If you have noticed unauthorized charges from Skype on your credit card bill, Paypal account or bank statement, then you may be the victim of fraud. There's a fairly quick checklist that you can go through to be sure.
First, make sure that it's actually fraud. Skype does offer automatic refilling for your credits. While you may not have put through an order to buy more, it's possible that you checked the box previously. I suggest quickly checking your account before you panic (plus, they'll probably ask anyway.) You can check this by pulling up your settings, and clicking the Payment tab. If automatic recharging is enabled, there will be a note on the side verifying the level that you set.
If you don't have a Skype account, have never bought Skype credits or have verified that it isn't a legitimate charge, then you will need to get the payments stopped. Reporting fraud to Skype isn't actually that hard, especially if you have an account set up with them already. Just go to https://support.skype.com/en-us/search_first/. You'll need to search first before they let you go through to the contact page, so check the FAQ and then click on Get More Help at the bottom of the page. Then just log in with your account name and choose how you'd like to contact them.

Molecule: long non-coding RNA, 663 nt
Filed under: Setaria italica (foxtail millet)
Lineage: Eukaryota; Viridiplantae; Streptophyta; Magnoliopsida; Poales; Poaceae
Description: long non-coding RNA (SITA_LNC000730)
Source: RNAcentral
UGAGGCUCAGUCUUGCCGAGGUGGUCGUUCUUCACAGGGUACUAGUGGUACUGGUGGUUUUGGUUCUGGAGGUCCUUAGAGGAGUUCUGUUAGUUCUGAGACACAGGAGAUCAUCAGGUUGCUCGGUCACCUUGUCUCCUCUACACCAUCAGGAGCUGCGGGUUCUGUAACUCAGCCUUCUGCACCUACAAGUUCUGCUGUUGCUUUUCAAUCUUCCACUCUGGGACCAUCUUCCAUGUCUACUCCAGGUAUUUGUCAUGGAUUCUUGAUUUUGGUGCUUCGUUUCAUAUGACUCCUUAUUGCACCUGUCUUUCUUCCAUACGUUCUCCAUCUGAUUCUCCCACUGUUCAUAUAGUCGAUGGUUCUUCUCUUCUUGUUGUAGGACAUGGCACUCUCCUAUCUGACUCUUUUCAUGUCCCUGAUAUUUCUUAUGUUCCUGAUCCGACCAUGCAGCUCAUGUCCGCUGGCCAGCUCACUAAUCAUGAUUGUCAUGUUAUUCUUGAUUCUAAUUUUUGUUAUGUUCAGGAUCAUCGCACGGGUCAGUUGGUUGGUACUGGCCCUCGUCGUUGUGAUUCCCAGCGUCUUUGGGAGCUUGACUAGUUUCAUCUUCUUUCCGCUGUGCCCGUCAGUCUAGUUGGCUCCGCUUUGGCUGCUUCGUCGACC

If you don't have a Skype account, then you should contact them at firstname.lastname@example.org, and report the fraudulent charges to your account.
For either method, they'll need the last 4 and first 6 digits of the card, your name, your country and the order numbers associated with the charges. Note that this will only be a stop on the account and note it as fraud to Skype. You still need to contact your credit card company using the number on the back of the card for the fraud line, and report the charges. You should probably also have a new card issued, since your number has been compromised.
If you take these steps, then Skype will note the fraud and the charges should be reversed according to the company's policies.